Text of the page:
Operations under way for NC solar plant
MATLA A Bokone Solar, situated just outside Kimberley, commenced its commercial operations earlier this year, having reached full grid code compliance.
Matla A Bokone Solar is owned by Old Mutual IDEAS Managed Fund, African Rainbow Energy and Power, Reatile Group, Phakwe Solar and Cicada Community Trust.
Over its 20-year operations period, the project will ensure participatory inclusion of local communities in the design and implementation of socio-economic and enterprise development initiatives.
Nomzamo Landingwe, chief community operations officer for Matla A Bokone Solar explained that the project was originally known as Droogfontein 2 Solar. Following an extensive community activation campaign, the facility has been renamed Matla A Bokone Solar, a unique Setswana name, referring to the ‘power of the Northern region’.
The 75MW solar PV plant, which commenced construction in October 2018, has over 260 000 solar panels installed and is expected to generate 180 000 MWH of much-needed green energy each year. The 200-hectare plot of land, on which the plant is constructed, Droogfontein No.62, is leased from the Droogfontein CPA community.
More than 450 people from the local beneficiary communities were directly employed on the project during construction. This is in addition to the employment created through the contracting out of various services.
During its 20-year operations, the solar plant will benefit a large number of communities through various economic development programmes.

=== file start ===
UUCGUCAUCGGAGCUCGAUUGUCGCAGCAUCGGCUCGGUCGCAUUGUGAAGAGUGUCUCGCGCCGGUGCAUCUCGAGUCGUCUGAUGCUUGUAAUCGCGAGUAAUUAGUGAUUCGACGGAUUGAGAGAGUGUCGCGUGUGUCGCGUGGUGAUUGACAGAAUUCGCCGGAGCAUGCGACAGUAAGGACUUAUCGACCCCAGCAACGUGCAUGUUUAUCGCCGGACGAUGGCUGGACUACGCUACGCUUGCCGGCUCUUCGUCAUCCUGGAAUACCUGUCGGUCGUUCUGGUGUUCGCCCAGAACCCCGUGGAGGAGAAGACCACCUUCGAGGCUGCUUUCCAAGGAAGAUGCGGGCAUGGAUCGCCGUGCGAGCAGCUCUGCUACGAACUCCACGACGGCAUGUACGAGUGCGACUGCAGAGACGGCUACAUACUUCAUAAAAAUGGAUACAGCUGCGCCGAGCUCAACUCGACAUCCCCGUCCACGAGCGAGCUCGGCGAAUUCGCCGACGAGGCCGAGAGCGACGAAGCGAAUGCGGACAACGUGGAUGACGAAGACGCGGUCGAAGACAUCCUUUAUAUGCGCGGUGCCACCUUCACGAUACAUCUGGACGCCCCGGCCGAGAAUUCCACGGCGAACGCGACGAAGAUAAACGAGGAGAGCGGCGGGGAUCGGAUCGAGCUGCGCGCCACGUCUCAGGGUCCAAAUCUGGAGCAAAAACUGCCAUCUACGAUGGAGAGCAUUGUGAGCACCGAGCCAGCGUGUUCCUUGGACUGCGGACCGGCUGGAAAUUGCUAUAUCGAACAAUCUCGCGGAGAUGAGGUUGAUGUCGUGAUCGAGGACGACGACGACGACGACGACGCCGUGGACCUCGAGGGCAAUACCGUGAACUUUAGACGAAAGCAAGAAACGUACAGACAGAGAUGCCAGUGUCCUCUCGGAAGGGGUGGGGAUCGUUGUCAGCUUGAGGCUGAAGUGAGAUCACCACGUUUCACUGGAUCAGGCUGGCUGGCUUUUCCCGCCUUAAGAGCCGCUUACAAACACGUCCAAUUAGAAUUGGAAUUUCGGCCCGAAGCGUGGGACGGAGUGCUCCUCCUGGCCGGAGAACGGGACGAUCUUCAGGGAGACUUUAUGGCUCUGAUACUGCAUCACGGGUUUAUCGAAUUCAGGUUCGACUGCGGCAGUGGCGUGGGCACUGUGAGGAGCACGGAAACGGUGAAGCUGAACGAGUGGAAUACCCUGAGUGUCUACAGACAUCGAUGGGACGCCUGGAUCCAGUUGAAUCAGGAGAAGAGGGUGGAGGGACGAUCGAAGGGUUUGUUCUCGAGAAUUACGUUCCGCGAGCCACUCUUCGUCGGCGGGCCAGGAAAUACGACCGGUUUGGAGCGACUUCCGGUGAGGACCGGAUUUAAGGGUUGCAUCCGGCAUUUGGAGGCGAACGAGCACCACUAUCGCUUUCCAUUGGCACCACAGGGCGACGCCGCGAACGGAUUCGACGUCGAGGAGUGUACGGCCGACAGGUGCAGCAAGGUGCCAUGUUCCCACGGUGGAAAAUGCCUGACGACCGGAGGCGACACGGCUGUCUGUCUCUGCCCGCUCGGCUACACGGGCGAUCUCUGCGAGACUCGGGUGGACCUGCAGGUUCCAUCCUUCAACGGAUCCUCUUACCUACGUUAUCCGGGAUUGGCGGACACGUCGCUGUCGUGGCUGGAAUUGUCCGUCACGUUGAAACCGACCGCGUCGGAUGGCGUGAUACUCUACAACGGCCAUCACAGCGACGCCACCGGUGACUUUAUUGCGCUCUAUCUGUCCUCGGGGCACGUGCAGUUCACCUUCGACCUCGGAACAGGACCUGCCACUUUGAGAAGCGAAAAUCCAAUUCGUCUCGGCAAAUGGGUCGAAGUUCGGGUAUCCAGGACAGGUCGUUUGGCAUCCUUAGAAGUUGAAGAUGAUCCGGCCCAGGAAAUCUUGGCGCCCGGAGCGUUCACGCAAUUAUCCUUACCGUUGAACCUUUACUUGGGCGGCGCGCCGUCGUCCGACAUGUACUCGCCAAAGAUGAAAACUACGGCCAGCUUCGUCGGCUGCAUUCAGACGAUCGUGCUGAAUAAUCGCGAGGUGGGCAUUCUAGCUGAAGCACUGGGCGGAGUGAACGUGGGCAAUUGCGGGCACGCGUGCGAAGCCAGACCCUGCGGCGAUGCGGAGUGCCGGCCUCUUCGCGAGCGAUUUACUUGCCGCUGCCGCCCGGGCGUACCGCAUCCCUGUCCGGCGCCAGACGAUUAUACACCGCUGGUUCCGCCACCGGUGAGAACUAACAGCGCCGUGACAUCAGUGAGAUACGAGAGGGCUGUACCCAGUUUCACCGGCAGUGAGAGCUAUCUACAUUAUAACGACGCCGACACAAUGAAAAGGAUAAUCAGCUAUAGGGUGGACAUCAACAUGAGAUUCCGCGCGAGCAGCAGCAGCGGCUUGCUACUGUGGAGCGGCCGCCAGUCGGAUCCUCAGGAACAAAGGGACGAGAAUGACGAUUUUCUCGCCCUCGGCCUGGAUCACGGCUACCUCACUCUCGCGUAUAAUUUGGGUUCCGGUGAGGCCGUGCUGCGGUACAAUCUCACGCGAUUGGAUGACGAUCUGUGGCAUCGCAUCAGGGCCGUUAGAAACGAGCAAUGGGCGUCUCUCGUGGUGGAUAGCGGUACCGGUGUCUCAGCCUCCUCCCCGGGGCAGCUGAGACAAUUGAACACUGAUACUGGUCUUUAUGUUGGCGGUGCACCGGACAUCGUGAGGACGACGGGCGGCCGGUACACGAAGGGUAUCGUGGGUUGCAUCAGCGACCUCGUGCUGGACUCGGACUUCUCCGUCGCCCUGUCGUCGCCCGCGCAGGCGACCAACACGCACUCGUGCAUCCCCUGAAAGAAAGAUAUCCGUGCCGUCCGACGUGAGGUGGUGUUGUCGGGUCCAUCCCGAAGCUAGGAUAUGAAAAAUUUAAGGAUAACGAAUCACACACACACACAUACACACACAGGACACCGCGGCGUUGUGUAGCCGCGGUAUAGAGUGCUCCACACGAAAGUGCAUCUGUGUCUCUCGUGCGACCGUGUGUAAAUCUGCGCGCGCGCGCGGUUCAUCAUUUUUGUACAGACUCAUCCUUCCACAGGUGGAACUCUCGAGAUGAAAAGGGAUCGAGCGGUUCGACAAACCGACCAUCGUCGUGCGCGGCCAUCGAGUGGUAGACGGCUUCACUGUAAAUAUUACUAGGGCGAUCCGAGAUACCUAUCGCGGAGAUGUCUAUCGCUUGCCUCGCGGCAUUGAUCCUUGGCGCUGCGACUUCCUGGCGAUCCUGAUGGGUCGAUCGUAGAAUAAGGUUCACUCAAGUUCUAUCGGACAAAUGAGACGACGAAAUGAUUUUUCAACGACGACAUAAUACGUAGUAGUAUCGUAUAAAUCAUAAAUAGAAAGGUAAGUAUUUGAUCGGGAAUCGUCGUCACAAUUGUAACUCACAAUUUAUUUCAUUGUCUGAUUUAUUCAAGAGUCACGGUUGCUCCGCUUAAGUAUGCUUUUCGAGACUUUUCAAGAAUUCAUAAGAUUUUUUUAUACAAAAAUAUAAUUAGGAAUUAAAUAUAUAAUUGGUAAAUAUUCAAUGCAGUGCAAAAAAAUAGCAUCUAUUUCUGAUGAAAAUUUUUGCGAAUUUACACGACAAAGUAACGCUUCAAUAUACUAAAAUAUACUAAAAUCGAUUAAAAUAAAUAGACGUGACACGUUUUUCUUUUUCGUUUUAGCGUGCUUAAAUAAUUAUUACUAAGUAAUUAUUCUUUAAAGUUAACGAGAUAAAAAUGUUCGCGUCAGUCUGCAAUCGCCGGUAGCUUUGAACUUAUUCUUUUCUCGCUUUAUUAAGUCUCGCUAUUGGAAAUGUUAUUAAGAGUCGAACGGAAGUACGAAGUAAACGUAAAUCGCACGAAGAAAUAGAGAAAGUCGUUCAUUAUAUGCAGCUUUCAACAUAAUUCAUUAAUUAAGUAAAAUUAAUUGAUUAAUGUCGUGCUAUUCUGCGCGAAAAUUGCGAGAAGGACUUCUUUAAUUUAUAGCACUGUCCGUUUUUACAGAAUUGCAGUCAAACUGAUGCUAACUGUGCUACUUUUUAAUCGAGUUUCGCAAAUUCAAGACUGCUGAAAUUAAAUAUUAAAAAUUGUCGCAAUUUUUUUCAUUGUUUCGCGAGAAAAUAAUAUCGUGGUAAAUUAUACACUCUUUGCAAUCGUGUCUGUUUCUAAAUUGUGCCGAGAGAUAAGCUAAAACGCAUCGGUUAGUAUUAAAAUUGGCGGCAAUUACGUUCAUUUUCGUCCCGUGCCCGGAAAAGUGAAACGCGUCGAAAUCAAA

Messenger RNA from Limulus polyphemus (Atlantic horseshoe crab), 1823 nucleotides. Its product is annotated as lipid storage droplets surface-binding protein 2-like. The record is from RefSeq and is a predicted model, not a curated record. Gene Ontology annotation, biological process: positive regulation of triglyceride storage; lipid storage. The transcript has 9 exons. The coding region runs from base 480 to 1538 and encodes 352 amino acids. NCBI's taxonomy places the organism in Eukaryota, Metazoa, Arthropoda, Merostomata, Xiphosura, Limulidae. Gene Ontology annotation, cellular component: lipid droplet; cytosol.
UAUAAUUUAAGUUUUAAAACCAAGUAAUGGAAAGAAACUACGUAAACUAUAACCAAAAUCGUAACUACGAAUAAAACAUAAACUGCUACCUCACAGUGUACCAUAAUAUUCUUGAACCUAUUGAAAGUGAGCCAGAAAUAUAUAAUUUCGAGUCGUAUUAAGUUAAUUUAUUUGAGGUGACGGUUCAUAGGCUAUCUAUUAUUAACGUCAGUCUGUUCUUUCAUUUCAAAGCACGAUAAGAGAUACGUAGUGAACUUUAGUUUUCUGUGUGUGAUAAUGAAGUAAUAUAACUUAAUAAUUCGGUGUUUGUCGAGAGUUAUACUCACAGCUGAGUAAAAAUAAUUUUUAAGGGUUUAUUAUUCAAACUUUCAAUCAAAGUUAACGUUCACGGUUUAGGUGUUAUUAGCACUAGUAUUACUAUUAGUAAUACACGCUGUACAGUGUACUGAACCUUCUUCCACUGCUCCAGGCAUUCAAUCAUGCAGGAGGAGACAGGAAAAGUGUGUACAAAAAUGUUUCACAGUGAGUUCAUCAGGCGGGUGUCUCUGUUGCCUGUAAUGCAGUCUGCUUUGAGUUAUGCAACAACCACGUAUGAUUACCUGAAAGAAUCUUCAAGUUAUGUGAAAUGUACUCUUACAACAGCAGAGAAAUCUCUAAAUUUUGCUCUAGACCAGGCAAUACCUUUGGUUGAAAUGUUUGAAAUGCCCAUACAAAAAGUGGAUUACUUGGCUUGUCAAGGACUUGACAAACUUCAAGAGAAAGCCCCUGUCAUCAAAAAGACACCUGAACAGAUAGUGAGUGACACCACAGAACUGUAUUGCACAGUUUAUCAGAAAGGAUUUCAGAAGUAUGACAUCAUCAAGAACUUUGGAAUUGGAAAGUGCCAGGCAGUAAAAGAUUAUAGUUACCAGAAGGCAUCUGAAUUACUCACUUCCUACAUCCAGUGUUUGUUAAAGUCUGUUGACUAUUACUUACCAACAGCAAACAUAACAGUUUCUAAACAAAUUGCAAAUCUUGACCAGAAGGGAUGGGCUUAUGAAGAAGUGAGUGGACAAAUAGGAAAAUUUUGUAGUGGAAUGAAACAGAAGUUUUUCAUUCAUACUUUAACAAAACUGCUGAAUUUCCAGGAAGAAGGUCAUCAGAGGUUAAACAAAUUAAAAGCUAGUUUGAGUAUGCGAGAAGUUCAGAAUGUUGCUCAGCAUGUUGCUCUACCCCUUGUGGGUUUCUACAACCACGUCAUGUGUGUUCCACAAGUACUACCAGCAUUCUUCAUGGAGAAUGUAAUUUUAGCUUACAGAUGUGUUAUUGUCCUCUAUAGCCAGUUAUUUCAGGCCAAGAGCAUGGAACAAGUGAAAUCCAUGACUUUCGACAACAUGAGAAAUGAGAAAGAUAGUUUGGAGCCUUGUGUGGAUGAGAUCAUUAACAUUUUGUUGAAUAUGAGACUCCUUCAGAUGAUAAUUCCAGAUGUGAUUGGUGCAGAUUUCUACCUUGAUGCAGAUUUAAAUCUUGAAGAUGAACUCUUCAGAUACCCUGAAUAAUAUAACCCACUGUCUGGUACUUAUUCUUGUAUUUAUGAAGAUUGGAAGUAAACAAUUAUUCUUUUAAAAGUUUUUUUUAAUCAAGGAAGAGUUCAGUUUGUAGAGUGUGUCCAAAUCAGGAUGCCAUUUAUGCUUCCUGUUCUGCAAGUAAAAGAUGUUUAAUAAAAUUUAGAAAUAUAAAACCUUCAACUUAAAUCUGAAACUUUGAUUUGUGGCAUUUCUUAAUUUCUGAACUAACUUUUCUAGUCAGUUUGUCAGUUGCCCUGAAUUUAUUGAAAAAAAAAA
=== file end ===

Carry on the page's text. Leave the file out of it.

According to Landingwe, these programmes are aimed at building economic and social resilience, as well as increasing access to the local economy.
The communities that stand to benefit include Barkly West, Riverton, Kimberley, Kimberley Central, Greenpoint, Galeshewe, Roodepan, Platfontein, Holpan, Delportshoop, Windsorton, Ritchie, and Boshof.
Although economic development funding officially commences once the solar plant begins its 20-year operations period, Matla A Bokone Solar chose to implement early beneficiary programmes to begin community support as soon as possible, through extraordinary funding. This included an enterprise development programme that funded local SMMES.
The mentoring and coaching programme also included a quantity surveying service to these small local businesses.
Beneficiaries of the programme included sixteen black-owned SMMES, four of which are women-owned.
Juwi Renewable Energies was the engineering, procurement and construction (EPC) contractor, which managed the construction processes, before handing over the completed site to the Juwi operations and maintenance team, earlier this year.